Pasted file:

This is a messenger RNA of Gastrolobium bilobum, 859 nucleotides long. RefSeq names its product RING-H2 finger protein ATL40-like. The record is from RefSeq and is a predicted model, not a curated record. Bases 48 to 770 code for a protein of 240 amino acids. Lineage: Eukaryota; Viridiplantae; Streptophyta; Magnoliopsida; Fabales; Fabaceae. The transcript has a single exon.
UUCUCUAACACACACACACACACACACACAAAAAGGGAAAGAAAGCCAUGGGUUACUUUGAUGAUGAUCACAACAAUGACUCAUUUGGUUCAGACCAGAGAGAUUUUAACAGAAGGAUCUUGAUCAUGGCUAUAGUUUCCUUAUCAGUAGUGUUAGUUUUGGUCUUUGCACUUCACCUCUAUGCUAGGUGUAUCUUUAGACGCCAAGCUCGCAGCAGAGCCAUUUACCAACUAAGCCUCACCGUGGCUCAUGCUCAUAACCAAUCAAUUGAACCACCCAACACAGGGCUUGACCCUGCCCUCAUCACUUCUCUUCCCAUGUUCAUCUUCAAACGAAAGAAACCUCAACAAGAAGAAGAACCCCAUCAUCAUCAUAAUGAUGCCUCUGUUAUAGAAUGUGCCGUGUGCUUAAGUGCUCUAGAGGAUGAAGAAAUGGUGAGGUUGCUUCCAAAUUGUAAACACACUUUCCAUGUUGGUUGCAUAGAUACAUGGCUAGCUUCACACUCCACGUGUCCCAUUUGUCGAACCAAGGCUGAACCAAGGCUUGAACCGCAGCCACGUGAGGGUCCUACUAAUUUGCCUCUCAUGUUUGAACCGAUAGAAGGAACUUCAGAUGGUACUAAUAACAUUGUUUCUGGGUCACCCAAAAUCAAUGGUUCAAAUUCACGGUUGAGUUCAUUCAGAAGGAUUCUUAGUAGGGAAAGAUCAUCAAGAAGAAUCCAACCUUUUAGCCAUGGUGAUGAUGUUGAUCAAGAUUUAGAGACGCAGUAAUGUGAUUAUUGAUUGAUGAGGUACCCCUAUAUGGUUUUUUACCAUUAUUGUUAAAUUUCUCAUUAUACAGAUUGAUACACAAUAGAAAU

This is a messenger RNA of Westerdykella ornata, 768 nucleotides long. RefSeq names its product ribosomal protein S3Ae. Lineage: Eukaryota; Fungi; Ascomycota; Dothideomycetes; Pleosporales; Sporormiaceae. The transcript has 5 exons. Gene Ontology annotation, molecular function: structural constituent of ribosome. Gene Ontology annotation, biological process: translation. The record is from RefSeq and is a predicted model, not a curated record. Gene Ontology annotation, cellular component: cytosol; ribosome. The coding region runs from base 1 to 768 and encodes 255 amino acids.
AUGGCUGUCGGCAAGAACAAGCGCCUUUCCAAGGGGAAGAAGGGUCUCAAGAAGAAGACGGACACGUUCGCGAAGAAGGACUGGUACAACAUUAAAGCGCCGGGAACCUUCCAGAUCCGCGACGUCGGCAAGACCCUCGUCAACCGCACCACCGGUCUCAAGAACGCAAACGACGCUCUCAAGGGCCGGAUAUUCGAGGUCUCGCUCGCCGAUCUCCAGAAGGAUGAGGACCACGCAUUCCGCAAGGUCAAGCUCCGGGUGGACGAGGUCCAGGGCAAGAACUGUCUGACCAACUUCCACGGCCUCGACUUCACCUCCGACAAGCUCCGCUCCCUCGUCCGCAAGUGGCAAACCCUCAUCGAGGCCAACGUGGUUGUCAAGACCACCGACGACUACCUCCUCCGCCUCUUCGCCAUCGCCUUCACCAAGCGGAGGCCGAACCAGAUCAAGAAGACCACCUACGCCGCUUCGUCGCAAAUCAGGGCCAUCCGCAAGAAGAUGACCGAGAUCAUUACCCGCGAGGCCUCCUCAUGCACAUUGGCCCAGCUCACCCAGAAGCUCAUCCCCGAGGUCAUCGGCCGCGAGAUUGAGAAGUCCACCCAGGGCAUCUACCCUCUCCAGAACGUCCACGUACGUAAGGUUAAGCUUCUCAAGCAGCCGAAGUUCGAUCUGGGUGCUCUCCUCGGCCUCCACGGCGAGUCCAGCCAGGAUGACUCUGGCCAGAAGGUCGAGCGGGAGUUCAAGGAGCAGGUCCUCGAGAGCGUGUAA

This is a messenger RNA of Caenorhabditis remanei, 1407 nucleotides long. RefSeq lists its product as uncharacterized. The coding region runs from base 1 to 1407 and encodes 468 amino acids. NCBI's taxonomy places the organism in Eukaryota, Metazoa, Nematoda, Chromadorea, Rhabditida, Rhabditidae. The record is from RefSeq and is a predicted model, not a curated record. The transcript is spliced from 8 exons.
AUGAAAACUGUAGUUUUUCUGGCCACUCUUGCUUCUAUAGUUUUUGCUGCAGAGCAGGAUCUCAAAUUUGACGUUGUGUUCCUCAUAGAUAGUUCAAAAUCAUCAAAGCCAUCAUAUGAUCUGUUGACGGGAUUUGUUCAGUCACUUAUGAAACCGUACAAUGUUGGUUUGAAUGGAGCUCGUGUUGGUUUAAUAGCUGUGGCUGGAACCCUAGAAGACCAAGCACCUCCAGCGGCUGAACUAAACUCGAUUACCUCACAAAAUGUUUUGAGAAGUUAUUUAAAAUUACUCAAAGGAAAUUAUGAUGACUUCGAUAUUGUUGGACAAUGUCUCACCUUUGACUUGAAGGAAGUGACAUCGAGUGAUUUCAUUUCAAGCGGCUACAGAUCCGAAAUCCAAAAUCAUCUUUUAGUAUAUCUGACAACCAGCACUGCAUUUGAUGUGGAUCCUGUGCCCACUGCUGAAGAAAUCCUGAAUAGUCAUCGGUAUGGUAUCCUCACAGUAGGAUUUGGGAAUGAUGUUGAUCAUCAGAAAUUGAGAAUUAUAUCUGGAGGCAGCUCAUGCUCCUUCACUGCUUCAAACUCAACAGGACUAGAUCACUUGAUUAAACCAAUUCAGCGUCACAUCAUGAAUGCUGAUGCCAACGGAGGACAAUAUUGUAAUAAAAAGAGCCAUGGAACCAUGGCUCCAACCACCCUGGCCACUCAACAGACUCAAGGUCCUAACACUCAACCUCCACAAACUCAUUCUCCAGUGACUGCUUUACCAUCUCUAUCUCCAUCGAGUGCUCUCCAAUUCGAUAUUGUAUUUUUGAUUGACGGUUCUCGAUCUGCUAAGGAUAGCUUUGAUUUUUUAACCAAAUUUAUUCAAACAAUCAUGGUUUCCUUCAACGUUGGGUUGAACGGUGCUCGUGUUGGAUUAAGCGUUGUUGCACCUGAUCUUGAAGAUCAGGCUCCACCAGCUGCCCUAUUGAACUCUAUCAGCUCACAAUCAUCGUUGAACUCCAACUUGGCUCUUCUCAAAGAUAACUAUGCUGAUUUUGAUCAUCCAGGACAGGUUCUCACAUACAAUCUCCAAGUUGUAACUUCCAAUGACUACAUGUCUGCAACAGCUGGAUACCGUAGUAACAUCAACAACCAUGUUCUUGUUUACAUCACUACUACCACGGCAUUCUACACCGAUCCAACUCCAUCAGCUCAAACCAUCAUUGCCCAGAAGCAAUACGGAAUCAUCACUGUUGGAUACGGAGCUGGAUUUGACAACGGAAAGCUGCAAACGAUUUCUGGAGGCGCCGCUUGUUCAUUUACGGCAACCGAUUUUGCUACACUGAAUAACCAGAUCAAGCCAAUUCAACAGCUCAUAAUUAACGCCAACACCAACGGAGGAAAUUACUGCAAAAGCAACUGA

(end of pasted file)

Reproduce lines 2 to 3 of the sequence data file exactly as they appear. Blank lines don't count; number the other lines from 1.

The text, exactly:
UUCUCUAACACACACACACACACACACACAAAAAGGGAAAGAAAGCCAUGGGUUACUUUGAUGAUGAUCACAACAAUGACUCAUUUGGUUCAGACCAGAGAGAUUUUAACAGAAGGAUCUUGAUCAUGGCUAUAGUUUCCUUAUCAGUAGUGUUAGUUUUGGUCUUUGCACUUCACCUCUAUGCUAGGUGUAUCUUUAGACGCCAAGCUCGCAGCAGAGCCAUUUACCAACUAAGCCUCACCGUGGCUCAUGCUCAUAACCAAUCAAUUGAACCACCCAACACAGGGCUUGACCCUGCCCUCAUCACUUCUCUUCCCAUGUUCAUCUUCAAACGAAAGAAACCUCAACAAGAAGAAGAACCCCAUCAUCAUCAUAAUGAUGCCUCUGUUAUAGAAUGUGCCGUGUGCUUAAGUGCUCUAGAGGAUGAAGAAAUGGUGAGGUUGCUUCCAAAUUGUAAACACACUUUCCAUGUUGGUUGCAUAGAUACAUGGCUAGCUUCACACUCCACGUGUCCCAUUUGUCGAACCAAGGCUGAACCAAGGCUUGAACCGCAGCCACGUGAGGGUCCUACUAAUUUGCCUCUCAUGUUUGAACCGAUAGAAGGAACUUCAGAUGGUACUAAUAACAUUGUUUCUGGGUCACCCAAAAUCAAUGGUUCAAAUUCACGGUUGAGUUCAUUCAGAAGGAUUCUUAGUAGGGAAAGAUCAUCAAGAAGAAUCCAACCUUUUAGCCAUGGUGAUGAUGUUGAUCAAGAUUUAGAGACGCAGUAAUGUGAUUAUUGAUUGAUGAGGUACCCCUAUAUGGUUUUUUACCAUUAUUGUUAAAUUUCUCAUUAUACAGAUUGAUACACAAUAGAAAU

This is a messenger RNA of Westerdykella ornata, 768 nucleotides long. RefSeq names its product ribosomal protein S3Ae. Lineage: Eukaryota; Fungi; Ascomycota; Dothideomycetes; Pleosporales; Sporormiaceae. The transcript has 5 exons. Gene Ontology annotation, molecular function: structural constituent of ribosome. Gene Ontology annotation, biological process: translation. The record is from RefSeq and is a predicted model, not a curated record. Gene Ontology annotation, cellular component: cytosol; ribosome. The coding region runs from base 1 to 768 and encodes 255 amino acids.